Christmas is a magical time of year, full of misfit trees, sugar cookies, and movies about Will Ferrell frolicking around New York City in bright yellow tights. I own more holiday movies than I would care to admit, but there is one in particular I think deserves a little more recognition: a little gem called The Family Stone. I’ll admit each viewing requires about 2.5 million boxes of tissues (I rounded down to make you feel better), but it’s worth every single sniffle and lip quiver.
Let’s start out with the cast. You have Dermot Mulroney, Craig T. Nelson, Luke Wilson, Rachel McAdams, Sarah Jessica Parker, Claire Danes, and the queen herself, Diane Keaton. Those are just the top billed. The supporting cast which includes Tyrone Giordano, Brian White, Elizabeth Reaser, and Paul Schneider is also phenomenal. In case that wasn’t enough, Claire Danes and SJP are sisters, and the rest are brothers and sisters (with the exception of Brian White who married into the Stone family and Paul Schneider who comes in later) who have Craig T. Nelson and Diane Keaton for parents. If the cast alone didn’t sell you, let’s talk about the storyline.
SJP essentially plays the anti-Carrie Bradshaw, and her boyfriend, Dermot Mulroney is, of course, from a close-knit and quirky family of seven. Sound boring and predictable? When you add one of the most uncomfortable (and actually really well-written) dinner scenes, complete with a beautiful moment between Diane Keaton and her son (played by the amazing Tyrone Giordano) showing how unconditional the love between a mother and child can be, it becomes something more. If your eyes are still dry, let me describe the scene that breaks me every time.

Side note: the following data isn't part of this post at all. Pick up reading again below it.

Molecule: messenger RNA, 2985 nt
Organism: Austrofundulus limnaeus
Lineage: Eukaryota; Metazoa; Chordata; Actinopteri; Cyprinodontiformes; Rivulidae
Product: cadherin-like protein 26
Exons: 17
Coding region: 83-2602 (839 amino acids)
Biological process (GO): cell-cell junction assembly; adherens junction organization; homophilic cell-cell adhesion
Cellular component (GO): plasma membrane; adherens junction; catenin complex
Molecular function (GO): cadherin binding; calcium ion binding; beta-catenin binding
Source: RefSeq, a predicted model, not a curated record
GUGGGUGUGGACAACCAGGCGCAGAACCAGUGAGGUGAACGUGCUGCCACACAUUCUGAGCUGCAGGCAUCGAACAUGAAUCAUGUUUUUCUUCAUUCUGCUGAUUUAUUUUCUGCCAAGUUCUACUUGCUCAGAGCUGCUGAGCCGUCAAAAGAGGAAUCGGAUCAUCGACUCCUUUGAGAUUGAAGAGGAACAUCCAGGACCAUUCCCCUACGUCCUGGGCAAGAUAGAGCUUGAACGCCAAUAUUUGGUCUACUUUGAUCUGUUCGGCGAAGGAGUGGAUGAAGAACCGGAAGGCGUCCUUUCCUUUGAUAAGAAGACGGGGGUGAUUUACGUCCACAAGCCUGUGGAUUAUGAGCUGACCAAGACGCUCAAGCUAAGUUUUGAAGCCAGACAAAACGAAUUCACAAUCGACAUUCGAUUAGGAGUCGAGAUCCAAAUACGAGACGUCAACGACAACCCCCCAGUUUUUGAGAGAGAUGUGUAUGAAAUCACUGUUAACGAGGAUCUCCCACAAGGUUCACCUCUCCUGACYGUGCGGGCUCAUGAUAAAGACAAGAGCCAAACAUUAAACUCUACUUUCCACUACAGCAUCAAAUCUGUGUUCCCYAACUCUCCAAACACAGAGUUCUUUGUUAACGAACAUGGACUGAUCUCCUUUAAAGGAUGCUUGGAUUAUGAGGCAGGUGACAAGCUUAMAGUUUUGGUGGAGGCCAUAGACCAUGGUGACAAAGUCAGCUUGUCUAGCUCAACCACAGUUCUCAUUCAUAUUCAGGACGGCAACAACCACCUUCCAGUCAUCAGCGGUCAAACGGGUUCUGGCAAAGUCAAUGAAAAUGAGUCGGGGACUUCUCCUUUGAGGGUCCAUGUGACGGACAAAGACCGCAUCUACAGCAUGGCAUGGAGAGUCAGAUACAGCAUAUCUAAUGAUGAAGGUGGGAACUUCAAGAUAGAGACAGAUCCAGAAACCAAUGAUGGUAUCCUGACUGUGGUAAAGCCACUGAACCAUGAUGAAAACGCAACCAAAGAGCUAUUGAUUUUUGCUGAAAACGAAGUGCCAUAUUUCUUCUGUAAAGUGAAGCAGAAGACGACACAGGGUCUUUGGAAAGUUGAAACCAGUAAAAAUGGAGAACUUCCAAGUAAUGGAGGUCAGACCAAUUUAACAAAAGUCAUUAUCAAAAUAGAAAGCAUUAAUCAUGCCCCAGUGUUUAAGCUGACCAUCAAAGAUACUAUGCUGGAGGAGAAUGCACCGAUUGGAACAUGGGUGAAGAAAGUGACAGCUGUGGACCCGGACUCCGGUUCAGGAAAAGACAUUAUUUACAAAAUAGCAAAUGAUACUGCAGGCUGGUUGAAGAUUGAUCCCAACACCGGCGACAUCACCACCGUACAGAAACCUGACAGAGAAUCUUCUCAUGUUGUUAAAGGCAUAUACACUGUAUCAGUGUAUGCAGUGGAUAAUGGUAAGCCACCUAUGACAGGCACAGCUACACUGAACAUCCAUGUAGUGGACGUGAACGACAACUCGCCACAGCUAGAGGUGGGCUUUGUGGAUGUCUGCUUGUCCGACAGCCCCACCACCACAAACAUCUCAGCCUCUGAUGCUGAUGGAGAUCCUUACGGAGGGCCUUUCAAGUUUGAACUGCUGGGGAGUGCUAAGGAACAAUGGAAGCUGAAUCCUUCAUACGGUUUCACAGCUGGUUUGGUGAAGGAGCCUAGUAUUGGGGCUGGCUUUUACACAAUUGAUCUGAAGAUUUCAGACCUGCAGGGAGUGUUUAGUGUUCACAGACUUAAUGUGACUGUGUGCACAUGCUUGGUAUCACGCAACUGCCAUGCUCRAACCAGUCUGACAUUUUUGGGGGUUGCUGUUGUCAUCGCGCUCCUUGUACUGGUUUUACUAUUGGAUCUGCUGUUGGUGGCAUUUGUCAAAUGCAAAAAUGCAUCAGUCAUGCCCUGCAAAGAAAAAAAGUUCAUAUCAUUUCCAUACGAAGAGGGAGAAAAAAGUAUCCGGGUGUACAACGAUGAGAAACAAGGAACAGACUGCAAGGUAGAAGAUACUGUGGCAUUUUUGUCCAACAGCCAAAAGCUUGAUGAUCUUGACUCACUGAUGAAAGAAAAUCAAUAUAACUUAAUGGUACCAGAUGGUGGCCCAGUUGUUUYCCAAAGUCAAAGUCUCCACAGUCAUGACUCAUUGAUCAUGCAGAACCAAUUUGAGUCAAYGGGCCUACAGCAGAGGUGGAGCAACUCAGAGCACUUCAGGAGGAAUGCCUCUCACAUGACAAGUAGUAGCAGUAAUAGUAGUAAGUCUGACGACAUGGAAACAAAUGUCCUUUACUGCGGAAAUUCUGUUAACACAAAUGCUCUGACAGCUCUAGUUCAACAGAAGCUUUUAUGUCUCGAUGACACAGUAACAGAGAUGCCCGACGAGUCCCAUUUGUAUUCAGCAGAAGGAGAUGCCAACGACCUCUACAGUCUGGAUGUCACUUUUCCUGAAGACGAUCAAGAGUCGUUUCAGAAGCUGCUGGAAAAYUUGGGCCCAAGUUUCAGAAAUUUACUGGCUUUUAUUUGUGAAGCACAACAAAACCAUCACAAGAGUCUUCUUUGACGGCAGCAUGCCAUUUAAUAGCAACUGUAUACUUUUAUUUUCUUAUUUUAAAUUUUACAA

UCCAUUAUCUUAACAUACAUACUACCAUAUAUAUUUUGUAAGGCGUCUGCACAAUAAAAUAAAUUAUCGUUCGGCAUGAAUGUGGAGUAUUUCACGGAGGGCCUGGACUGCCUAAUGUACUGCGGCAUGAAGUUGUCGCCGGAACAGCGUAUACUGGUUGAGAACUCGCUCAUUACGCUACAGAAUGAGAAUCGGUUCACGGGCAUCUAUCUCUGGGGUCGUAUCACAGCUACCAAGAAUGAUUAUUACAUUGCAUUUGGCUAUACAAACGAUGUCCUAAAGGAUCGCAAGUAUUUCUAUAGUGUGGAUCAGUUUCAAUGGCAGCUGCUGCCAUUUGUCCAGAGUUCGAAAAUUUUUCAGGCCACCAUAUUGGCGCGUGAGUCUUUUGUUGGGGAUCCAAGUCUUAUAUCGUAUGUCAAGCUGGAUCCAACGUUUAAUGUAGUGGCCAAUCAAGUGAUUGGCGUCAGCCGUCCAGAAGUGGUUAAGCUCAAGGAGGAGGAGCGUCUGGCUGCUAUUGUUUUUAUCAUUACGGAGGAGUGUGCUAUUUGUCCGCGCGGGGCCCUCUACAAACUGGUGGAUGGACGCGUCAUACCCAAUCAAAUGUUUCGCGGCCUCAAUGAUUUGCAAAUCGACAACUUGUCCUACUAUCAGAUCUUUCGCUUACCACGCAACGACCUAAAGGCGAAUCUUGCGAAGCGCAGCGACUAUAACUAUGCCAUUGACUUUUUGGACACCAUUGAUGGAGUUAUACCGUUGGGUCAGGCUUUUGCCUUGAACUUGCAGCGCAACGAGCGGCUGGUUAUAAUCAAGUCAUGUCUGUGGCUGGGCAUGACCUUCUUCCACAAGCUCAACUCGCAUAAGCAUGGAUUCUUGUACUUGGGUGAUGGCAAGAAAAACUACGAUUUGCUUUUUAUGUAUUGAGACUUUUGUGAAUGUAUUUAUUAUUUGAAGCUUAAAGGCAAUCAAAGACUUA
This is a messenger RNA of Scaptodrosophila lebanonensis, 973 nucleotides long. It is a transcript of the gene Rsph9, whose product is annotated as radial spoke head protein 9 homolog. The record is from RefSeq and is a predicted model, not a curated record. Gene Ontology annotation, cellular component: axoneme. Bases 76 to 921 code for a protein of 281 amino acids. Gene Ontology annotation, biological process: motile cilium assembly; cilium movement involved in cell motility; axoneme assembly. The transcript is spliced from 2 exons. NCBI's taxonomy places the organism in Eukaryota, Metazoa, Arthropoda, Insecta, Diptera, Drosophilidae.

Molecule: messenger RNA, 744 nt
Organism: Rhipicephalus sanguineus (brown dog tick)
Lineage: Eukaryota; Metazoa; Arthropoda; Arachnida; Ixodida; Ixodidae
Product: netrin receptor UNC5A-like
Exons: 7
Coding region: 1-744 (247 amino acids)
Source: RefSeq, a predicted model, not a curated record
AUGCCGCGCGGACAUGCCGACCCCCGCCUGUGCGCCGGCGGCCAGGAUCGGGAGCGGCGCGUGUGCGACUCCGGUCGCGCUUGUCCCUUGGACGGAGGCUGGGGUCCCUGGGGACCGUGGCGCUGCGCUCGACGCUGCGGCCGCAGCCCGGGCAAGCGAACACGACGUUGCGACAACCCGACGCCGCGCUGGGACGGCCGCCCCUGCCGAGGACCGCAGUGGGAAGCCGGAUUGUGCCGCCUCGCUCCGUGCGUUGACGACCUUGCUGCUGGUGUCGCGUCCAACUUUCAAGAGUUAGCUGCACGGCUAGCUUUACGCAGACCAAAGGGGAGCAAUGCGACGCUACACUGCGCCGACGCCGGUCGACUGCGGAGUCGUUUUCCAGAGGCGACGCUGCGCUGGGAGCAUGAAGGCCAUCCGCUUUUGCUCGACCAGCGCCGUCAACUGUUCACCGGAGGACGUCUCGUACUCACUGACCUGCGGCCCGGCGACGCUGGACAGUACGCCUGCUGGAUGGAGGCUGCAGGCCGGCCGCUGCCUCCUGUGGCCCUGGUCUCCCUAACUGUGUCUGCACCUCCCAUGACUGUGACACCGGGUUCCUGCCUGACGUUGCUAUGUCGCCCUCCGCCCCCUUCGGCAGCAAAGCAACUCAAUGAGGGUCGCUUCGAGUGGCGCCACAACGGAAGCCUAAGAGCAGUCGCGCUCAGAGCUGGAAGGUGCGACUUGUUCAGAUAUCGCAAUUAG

There are cuts to each member of the Stone family, along with SJP and Claire Danes, as they all accept a harsh reality (as well as a lot of other feels) I will not spoil for you in an attempt to peak your curiosity and hopefully make you want to watch it even more, while “Have Yourself a Merry Little Christmas” a la Judy Garland in Meet Me in St. Louis plays. It even starts with the Judy Garland scene, which makes me super emotional by itself, let alone as the preface to one of the saddest parts of the entire movie. The scene in this montage with Craig T. Nelson and Diane Keaton in bed together is one of the rawest cinematic moments I’ve ever seen between a husband and wife in a movie like this, and it’s only a few seconds long. When you finally realize how important this particular Christmas is, you’ll need rest of the other 2.5 million boxes of tissues I didn’t include in the beginning.
Finally, there are three solid (and somewhat unconventional, somewhat cheesy) love arcs to capture the complexities of falling in and out of love, allowing you to deviate (a bit) from the traditional holiday family drama romantic comedy formula. Not to mention, SJP dances with Paul Schneider (aka Mr. Mark Brendanawicz himself) to one of the best songs ever, “Right Back Where We Started From” by Maxine Nightingale, and SJP’s character, Meredith Morton, finally wins the Stone family’s approval with a Christmas gift that proves she understands them. As two bonus selling points, know there’s a fight between Luke Wilson and Dermot Mulroney, and Rachel McAdams Charlie Brown slides into the Morton Family Strata SJP made for Christmas breakfast. I promise you I couldn’t make any of this up if I tried.
It’s definitely not perfect. There are weak points. There’s a degree of predictability. There are lines you could make nachos with. In this writer’s humble opinion though, it definitely understated. That’s the (Family) Stone cold truth.
[Image via Universal Pictures]